Some answers are so obvious that they elude us. Some answers are devastatingly apparent but require a new set of eyes to see. Take the classic conundrum that we all face: How best do we learn? What cutting-edge, flavor du jour will have us whittling away our time at the next professional development stint? What rip-the-top-off-and-dump-it-in practice works best?
There are volumes upon volumes on learning styles. There is even more available on "how to" teach, classroom management, lesson planning and reaching higher levels of learning. What if the answer to that enlightenment for which are searching can be found where we least expect it? What if we are already doing it?
See It. Do It. Teach It.
I am a cook by first trade. As I entered the profession, I learned by doing. Whether in the kitchen of Cappy's Café on Walnut St. in hoity Shadyside, by Carnegie Mellon University, or in my own kitchen of my little one-bedroom apartment, or in my parents' backyard, I learned by cutting, grilling, mixing and burning. Once on the job, it was learn-by-osmosis. Or fail. And failing in the kitchen means something different than failing in the classroom. Failing in the kitchen meant a barrage of profanity, thrown sauté pans and the questioning of, say, a not-so nice relationship with my mother. There was a lot to learn.
I brought a lot with me from the industry when I started in the classroom: Learn it by doing it. "See it, do it, teach it" is the mantra of our class. Teaching it, we know, grounds learning as well as creates the opportunity to discover. So, getting students to use what they are learning and, maybe, teach it to others is the leap in achievement for which we are struggling to discover. Sharing what our students are exploring with the community may be a ray of light in the sometimes dismal outlook of the public perception (and even our own) of student achievement. Sounds a lot like service learning, if you ask me.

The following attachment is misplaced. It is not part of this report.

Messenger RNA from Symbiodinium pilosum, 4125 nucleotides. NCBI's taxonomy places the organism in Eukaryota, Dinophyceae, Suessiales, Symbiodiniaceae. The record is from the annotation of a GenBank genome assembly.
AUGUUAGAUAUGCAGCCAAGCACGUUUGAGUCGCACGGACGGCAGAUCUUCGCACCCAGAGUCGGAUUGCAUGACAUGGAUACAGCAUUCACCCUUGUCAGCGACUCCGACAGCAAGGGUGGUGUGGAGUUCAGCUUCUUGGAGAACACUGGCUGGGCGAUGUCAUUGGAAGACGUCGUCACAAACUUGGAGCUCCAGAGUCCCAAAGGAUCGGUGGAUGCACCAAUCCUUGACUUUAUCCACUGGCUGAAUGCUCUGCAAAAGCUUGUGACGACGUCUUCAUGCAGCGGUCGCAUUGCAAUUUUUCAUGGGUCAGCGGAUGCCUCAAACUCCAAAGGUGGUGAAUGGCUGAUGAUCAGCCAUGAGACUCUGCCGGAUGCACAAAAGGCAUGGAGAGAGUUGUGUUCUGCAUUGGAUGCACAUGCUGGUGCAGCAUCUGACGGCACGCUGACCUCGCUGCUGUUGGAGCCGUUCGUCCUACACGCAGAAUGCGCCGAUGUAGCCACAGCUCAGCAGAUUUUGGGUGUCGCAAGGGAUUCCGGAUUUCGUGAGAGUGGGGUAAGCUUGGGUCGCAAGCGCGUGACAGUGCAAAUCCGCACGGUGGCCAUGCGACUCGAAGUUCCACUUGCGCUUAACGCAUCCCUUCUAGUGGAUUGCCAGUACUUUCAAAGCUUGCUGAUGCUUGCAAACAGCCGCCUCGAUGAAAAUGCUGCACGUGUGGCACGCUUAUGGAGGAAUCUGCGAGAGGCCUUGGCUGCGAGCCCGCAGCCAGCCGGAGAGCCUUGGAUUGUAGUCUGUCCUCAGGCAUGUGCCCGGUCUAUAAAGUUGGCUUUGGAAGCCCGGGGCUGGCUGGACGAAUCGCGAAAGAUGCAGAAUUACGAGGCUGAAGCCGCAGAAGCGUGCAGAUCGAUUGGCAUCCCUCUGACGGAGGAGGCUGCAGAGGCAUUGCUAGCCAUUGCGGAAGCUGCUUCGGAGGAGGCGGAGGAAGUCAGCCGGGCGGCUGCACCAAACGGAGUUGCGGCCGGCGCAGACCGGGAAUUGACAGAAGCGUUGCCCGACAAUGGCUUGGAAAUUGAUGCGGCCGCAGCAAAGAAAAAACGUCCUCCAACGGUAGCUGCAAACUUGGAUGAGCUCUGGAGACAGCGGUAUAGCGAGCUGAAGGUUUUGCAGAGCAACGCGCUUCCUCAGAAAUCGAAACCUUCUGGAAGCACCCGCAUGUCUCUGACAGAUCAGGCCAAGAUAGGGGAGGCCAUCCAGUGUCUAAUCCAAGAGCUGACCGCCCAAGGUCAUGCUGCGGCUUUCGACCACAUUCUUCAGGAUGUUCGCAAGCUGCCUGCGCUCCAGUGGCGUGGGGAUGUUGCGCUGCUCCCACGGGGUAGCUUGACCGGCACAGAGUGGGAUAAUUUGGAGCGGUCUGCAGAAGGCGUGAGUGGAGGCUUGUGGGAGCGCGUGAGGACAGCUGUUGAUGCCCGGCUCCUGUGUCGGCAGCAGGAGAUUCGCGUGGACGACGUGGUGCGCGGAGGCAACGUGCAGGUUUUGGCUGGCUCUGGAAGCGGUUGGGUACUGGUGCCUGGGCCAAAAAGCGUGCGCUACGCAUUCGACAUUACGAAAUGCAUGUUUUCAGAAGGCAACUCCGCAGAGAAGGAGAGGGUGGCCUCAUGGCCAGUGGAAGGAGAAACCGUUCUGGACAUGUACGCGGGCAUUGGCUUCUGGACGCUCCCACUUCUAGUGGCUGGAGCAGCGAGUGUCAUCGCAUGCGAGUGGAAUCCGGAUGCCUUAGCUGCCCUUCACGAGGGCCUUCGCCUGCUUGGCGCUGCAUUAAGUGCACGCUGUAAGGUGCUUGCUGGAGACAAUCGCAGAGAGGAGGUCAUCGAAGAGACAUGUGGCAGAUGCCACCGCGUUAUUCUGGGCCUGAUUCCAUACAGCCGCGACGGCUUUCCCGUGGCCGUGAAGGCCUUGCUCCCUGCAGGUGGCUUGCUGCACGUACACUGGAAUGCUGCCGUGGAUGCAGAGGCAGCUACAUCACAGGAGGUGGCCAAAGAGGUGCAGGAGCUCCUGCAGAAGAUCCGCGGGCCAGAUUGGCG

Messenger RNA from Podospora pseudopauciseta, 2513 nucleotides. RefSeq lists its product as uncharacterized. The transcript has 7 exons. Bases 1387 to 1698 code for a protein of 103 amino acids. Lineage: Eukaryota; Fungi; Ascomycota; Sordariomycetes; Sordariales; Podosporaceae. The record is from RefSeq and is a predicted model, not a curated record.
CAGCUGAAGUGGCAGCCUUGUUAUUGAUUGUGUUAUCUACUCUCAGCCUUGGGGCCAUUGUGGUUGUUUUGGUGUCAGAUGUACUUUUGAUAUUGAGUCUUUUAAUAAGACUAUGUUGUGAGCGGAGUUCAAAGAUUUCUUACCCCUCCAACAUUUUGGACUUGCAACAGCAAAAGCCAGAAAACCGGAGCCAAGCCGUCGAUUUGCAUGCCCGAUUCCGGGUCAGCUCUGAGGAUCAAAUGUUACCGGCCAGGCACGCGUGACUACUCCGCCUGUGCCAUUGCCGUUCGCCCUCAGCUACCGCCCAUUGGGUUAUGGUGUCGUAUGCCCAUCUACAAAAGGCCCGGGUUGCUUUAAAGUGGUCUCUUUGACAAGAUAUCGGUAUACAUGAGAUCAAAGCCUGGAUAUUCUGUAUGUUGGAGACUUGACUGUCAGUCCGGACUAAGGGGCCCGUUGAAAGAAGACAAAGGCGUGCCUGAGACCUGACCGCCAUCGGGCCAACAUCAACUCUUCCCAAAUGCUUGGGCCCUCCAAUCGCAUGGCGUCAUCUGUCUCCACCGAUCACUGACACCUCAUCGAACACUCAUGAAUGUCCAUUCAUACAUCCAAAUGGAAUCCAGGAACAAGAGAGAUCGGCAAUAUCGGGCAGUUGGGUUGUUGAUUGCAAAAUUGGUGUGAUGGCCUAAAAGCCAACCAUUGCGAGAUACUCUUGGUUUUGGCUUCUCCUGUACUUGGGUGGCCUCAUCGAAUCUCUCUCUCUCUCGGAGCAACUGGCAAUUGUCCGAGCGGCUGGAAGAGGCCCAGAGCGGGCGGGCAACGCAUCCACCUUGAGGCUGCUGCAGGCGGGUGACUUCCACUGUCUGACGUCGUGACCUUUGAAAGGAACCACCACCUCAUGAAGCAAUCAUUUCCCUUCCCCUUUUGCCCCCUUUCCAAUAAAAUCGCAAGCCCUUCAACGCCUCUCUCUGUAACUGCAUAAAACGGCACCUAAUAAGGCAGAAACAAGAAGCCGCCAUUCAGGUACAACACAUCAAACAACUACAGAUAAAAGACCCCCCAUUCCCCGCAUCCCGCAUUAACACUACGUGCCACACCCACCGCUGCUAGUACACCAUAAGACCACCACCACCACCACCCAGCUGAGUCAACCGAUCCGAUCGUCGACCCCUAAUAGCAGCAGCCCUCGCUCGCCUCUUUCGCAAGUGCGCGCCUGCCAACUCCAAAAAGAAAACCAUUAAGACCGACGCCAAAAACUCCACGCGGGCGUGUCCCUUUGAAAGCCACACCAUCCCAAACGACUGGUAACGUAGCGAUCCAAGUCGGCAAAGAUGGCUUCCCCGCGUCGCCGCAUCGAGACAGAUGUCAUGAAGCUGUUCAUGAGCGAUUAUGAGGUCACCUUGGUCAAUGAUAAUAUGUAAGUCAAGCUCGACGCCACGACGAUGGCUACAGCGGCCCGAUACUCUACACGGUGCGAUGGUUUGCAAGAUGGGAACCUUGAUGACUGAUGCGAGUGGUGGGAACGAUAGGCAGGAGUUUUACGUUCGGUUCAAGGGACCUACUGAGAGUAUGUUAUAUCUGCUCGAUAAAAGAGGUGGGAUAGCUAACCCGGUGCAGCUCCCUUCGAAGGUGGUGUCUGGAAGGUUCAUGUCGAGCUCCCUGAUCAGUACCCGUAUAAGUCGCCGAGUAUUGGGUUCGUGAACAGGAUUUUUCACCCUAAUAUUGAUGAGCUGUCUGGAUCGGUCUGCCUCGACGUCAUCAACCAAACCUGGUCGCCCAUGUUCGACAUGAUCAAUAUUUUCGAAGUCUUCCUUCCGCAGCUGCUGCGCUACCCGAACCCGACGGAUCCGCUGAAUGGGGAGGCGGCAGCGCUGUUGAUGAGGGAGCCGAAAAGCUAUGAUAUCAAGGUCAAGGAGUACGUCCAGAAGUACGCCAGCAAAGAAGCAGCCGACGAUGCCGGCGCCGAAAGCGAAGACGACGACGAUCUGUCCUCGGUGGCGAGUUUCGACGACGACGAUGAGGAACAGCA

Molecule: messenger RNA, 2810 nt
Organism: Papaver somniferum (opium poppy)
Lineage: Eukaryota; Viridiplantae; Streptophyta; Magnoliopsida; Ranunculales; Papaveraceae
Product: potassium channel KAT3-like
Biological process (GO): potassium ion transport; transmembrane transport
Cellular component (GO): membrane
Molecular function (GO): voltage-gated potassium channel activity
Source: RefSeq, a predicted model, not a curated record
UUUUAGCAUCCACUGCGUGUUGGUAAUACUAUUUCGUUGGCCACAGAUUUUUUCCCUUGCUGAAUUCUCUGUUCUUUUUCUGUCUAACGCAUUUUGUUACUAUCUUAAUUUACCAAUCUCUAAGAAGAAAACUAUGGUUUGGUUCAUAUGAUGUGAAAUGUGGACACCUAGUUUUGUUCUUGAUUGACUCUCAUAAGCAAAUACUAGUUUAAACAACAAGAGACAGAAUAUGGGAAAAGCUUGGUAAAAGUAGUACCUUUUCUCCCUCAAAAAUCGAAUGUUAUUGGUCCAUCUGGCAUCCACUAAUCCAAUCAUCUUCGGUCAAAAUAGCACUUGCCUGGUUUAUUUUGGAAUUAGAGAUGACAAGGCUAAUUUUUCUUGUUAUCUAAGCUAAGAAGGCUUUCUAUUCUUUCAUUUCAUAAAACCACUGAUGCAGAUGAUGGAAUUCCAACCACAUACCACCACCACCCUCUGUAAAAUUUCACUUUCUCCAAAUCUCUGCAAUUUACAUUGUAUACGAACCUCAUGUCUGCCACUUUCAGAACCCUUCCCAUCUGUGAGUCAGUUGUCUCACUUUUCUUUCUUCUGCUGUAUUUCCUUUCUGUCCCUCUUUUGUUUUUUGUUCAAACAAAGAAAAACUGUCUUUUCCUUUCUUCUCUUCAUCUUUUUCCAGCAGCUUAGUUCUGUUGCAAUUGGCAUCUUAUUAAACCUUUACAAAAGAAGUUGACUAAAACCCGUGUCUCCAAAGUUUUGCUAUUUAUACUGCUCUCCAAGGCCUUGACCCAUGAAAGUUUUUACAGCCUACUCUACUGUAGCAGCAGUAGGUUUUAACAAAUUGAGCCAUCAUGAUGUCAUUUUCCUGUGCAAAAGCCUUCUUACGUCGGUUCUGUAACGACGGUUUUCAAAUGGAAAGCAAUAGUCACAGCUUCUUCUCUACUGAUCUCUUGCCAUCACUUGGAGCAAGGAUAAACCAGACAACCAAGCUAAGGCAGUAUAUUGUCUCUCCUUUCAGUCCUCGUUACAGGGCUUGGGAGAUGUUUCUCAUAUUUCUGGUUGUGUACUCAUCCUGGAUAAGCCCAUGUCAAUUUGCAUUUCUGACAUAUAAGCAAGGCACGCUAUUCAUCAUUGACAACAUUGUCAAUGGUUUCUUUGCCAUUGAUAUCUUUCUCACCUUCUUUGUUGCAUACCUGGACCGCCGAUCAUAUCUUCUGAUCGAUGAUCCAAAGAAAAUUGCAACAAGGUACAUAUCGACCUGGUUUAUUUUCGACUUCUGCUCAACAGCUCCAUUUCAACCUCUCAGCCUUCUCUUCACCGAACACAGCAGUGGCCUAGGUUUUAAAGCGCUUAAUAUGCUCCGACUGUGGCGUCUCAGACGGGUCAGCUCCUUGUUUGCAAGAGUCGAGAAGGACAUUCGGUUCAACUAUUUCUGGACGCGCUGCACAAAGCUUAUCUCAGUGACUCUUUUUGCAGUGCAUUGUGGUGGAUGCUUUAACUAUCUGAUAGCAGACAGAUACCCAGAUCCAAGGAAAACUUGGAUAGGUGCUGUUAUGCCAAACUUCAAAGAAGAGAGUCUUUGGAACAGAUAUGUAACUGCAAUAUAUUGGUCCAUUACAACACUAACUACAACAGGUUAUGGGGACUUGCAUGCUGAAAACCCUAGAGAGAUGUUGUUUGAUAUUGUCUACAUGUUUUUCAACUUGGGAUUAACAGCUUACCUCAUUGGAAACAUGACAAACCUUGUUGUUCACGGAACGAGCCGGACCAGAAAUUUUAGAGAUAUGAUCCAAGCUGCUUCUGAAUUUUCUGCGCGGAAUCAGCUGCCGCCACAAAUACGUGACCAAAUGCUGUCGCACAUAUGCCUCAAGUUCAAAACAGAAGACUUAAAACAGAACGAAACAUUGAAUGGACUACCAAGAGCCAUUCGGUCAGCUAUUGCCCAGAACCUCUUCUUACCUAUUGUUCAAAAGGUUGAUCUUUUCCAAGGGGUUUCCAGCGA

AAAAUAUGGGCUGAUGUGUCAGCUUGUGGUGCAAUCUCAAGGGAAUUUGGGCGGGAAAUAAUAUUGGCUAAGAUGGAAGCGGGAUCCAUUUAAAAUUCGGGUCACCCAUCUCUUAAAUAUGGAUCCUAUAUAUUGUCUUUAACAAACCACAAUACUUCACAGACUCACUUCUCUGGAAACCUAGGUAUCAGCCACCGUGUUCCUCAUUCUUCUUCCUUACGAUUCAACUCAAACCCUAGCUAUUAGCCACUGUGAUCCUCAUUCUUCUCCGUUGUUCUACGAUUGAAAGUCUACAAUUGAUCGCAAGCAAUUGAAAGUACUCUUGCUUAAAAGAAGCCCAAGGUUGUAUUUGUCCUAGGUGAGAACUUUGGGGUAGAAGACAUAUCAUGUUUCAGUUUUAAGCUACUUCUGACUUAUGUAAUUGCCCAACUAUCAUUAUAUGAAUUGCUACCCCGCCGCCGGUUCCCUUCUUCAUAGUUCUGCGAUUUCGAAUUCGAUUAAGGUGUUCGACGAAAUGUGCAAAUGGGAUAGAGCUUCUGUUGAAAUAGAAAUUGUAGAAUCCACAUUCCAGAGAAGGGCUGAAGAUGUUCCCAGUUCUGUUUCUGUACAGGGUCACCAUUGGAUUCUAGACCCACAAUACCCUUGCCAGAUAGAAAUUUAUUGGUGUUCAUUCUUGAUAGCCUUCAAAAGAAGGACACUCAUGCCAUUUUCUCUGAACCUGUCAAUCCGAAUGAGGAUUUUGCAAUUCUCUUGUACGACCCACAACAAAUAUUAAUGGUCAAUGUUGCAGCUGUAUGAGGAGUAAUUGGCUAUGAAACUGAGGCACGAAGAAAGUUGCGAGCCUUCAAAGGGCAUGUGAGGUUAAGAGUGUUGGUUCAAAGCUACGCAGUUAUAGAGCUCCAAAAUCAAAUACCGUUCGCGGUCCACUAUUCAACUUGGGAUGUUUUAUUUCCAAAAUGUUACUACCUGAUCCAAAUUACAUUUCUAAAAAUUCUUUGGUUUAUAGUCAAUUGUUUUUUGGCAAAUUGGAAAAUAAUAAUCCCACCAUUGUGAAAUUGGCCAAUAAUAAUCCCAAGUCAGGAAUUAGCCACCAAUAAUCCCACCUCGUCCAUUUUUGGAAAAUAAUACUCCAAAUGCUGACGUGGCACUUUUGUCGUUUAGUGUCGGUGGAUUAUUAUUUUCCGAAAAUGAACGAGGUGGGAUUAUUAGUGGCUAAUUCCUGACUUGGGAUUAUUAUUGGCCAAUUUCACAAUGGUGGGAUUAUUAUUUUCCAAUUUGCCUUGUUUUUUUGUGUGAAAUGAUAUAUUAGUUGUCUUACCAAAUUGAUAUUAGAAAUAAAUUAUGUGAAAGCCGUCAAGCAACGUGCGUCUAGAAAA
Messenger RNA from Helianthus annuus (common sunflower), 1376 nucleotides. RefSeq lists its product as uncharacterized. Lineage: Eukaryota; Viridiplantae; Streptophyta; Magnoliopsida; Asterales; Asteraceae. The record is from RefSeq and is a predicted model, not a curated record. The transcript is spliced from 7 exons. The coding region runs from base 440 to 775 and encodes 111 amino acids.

The Corporation for National & Community Service defines service learning as:
"a teaching and learning strategy that integrates meaningful community service with instruction and reflection to enrich the learning experience, teach civic responsibility, and strengthen communities. Through service-learning, young people, from kindergarteners to college students, use what they learn in the classroom to solve real-life problems. They not only learn the practical applications of their studies, they become actively contributing citizens and community members through the service they perform." (National Service Learning Clearinghouse)
So, that magic bullet, one of many in the burgeoning arsenal, can bring value to the community and enhance the growth of our students. I'm not talking about cleaning up the litter on the side of the Delaware River. While there is something noble about doing so, that is not service learning. Rather, service learning is having the students remove the litter and using their, say, engineering skills to construct stop-gap measures to prevent trash from further entering the waterway as well as tracking the impact they have had by building such a control. Imagine the boundless possibilities for students to apply theoretical geometry while assisting Habitat for Humanity? Or business students developing a functioning budget for the local animal shelter while Drafting students design the outdoor homes that the Carpentry students construct for feral cats. Look at that learning! This is not just about technical education. These are portable skills that employers need and our competitive edge in the world market demands. We are flexing problem-solving muscles, evaluative thinking, team dynamics' management and fiscal accountability, just to start.